Separately around 3,000 lawyers, joined by members of former cricketer Imran Khan's opposition political party, also burned a dummy of the president in the eastern city of Lahore.
At least 4,000 protesters shouted "Go Musharraf, go" in the southern city of Karachi and there were protests in the central Pakistani city of Multan and the northwestern city of Peshawar.
Meanwhile, a group of retired Pakistani military officers meanwhile urged Musharraf to step down and hand over power to Chaudhry, who has been under house arrest since he was sacked on November 3.
Pakistan's legal community has held weekly protests to call for the release of Chaudhry and several top lawyers who have been detained since November, despite the lifting of emergency rule on December 15.
With Musharraf facing growing dissent ahead of elections next month, a group of 200 retired generals, air marshals and other officers from the Pakistan Ex-Servicemen Society made fresh calls for him to step down.
"Musharraf should step down and hand over power to Justice Chaudhry, who is still constitutional chief justice," former Pakistan Air Force chief Asghar Khan told reporters after a meeting of the group.
He said Chaudhry should form a neutral caretaker government to supervise free and fair elections next month.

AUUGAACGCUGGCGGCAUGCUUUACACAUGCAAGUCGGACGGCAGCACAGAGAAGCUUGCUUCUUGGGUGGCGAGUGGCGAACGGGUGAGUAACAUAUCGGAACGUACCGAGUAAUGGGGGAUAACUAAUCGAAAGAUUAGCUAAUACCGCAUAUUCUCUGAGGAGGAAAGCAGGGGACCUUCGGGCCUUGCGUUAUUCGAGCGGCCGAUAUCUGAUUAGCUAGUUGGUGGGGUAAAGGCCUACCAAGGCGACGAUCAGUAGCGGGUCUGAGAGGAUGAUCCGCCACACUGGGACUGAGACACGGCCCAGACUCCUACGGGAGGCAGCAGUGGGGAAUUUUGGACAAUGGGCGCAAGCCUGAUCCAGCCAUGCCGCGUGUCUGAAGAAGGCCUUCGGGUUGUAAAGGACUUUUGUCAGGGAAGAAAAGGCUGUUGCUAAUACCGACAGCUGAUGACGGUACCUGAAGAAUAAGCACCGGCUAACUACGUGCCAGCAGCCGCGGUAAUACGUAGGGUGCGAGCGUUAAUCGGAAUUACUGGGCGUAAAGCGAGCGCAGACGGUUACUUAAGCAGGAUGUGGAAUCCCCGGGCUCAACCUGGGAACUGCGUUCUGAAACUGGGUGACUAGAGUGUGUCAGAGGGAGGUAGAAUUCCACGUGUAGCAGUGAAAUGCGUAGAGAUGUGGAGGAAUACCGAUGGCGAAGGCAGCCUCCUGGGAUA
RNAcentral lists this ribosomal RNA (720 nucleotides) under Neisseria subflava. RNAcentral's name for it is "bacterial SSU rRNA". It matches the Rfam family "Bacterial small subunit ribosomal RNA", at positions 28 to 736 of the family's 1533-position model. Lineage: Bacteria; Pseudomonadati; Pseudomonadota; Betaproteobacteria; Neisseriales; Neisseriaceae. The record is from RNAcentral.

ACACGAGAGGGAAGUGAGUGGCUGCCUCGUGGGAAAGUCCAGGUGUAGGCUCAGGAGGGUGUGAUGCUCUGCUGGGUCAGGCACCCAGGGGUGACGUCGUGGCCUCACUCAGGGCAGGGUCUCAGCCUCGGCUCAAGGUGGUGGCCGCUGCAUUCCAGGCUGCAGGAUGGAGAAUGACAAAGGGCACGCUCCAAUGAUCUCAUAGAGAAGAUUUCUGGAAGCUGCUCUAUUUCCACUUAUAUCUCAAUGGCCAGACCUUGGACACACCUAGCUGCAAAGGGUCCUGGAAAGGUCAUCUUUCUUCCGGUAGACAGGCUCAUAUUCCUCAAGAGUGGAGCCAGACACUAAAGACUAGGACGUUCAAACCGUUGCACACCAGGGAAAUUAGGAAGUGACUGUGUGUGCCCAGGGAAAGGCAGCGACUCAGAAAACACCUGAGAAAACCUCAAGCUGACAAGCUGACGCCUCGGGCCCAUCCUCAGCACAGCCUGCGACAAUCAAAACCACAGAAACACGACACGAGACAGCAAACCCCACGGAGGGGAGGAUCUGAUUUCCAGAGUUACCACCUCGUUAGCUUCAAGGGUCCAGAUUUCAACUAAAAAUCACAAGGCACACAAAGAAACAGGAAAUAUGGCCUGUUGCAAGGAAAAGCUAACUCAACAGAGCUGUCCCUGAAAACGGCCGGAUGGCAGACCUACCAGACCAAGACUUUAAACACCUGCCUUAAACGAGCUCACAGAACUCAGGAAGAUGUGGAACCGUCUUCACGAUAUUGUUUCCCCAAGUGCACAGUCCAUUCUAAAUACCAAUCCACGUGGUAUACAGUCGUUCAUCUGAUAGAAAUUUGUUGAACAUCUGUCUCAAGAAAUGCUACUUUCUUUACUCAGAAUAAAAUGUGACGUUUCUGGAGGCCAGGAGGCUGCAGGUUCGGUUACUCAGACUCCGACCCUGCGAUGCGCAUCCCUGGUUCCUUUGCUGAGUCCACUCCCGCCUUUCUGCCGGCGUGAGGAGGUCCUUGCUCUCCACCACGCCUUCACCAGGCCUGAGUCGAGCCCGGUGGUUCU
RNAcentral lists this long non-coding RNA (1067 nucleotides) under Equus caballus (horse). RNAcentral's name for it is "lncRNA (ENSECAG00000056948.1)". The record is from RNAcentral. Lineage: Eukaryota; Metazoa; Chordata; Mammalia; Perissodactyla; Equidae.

"We do not recognise any electoral process under Musharraf and the present election commission," Khan said, adding that another senior former judge, Rana Bhagwandas, should be appointed election commissioner.
Bhagwandas, who was also sacked for refusing to endorse emergency rule, said police had stopped him from leaving Karachi on Thursday when he tried to catch a plane to Islamabad.
"These officials misbehaved with me when I said I am going to Islamabad to meet Chief Justice Chaudhry," Bhagwandas told AFP.
"I was about to leave my house for the airport when some police officials came and told me, 'You cannot leave Karachi'. This shows the weakness of the government," he added.
Officials were not immediately available to comment on his claims.
Former army chief General Mirza Aslam Beg, who headed the military from 1988 to 1991, said Musharraf had tarnished the image of the armed forces and called on all ex-servicemen to help restore it.
"We should also work together to strengthen democracy by removing the only impediment in its way, Pervez Musharraf," he told reporters on Thursday.
Chaudhry called on Western leaders in an open letter Wednesday to stop backing Musharraf, branding him an "extremist general" and saying he, his family and some other judges were being held in "medieval" conditions.
Opponents accuse Musharraf of sacking Chaudhry to head off a Supreme Court ruling that could have overturned his re-election as president.
A bomb exploded outside an anti-terrorism court in the south-western city of Quetta earlier on Thursday, wounding three people. It was not immediately clear if it was linked to the lawyers' protests.